Heart failure

Researchers have been awarded $31 million to study conduction system stimulation in patients with heart failure

Researchers from various schools, including the VCU School of Medicine, Baylor College of Medicine and University of Utah School of Medicine— received funding of $31 million from the Patient Centered Outcomes Research Institute to study the effectiveness of using conduction system stimulation to treat patients who present heart failure (HF) and conduction system disease.

“We will evaluate a new way of stimulating the heart which we believe has the potential to revolutionize the way we treat patients struggling with abnormal heartbeats,” Kenneth Ellenbogen, MDholder of the chair of cardiology at the VCU School of Medicine and director of clinical studies cardiac electrophysiology and pacing at VCU Pauley Heart Center, said in a Prepared statement. “Once the study begins, this will likely be one of the largest cardiac pacing clinical trials to take place in the world in the next few years.”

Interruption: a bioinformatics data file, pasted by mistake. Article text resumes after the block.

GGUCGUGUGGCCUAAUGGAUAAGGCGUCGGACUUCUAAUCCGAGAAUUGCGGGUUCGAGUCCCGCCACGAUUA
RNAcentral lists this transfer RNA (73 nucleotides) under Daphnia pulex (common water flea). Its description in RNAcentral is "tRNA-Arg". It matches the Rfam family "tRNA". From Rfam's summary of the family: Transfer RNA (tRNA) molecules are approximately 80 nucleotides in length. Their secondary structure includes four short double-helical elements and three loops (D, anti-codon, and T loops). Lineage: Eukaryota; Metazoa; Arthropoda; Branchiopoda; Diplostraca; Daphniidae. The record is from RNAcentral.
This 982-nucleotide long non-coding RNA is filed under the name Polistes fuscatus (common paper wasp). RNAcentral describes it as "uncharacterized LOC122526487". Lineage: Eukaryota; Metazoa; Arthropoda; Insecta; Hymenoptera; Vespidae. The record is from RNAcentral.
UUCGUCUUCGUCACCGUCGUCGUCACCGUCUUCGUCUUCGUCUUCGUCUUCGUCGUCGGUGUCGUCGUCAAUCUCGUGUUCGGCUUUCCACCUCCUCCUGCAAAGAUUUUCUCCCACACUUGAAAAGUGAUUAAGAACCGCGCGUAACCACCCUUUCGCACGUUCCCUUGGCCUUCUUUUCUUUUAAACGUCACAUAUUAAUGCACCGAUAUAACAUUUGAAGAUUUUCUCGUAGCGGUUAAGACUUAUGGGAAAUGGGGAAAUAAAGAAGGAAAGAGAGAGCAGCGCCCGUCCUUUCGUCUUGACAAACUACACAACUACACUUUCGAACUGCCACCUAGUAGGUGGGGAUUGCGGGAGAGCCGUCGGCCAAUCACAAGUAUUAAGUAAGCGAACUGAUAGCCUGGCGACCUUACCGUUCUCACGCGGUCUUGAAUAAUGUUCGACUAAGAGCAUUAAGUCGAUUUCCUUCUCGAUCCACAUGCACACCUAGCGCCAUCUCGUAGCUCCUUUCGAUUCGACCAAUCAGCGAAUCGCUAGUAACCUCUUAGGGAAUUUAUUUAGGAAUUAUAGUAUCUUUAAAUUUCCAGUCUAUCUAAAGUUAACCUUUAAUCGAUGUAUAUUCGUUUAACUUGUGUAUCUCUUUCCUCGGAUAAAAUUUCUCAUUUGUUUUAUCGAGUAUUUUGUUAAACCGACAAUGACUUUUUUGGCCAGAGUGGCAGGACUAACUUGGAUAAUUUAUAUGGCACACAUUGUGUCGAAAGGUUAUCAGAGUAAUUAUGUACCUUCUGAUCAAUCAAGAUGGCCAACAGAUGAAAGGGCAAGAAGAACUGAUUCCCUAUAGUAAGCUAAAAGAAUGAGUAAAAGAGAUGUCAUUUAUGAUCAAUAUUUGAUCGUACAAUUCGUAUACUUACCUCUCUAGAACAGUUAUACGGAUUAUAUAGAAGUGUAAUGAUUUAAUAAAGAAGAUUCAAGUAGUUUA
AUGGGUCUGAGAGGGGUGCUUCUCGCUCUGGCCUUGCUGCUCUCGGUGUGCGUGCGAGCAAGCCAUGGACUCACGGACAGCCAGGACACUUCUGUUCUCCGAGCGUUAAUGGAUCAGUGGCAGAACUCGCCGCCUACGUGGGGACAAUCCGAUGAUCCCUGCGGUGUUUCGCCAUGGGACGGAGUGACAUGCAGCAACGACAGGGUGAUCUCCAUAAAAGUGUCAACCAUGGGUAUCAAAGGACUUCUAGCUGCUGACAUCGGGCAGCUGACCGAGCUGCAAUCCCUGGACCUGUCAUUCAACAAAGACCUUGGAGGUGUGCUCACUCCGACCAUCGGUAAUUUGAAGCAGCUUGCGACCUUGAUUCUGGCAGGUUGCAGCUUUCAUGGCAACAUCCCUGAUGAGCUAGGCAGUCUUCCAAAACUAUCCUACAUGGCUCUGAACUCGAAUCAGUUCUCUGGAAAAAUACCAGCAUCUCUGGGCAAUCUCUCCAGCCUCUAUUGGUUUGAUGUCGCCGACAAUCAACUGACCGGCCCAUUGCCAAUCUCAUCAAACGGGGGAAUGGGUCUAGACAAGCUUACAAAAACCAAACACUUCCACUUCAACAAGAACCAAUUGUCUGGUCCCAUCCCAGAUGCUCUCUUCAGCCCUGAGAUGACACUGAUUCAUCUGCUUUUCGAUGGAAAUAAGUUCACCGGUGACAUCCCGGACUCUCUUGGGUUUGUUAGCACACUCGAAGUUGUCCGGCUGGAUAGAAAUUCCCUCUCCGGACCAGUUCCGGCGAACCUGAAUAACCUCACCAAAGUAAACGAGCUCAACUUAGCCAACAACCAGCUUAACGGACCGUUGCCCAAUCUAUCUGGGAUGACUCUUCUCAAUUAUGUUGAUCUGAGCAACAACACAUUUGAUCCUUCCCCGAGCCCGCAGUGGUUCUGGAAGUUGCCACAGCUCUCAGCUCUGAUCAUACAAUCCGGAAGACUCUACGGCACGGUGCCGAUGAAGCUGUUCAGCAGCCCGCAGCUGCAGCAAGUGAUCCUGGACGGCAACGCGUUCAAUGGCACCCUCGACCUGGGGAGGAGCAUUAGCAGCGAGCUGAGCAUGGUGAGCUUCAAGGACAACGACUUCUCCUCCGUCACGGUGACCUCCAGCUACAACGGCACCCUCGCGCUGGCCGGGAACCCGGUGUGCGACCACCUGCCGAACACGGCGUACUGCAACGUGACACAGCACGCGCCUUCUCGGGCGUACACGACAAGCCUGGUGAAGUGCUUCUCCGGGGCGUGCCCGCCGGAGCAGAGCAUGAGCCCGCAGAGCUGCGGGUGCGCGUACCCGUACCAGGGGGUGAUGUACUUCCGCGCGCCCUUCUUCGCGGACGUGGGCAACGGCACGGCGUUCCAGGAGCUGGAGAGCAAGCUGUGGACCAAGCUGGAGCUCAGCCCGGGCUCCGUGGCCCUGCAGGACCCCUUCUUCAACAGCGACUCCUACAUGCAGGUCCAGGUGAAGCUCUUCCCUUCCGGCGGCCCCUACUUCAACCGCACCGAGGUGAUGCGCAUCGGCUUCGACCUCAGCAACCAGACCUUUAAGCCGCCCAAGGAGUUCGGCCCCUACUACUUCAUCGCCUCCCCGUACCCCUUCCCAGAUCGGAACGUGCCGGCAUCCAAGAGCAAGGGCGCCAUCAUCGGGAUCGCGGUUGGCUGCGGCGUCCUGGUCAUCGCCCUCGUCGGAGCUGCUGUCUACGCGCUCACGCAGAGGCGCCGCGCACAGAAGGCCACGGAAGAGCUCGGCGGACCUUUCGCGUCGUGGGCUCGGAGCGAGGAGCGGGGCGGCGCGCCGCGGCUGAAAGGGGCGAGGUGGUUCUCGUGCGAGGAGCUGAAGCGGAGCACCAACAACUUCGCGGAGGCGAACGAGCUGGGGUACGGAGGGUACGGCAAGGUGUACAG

Patients with HF and conduction system disease are usually treated with biventricular pacing via a pacemaker, but this approach is not always associated with better outcomes. Conduction system stimulation involves sending electrical impulses directly from a patient’s pacemaker to the electrical signal-conducting cells of their heart.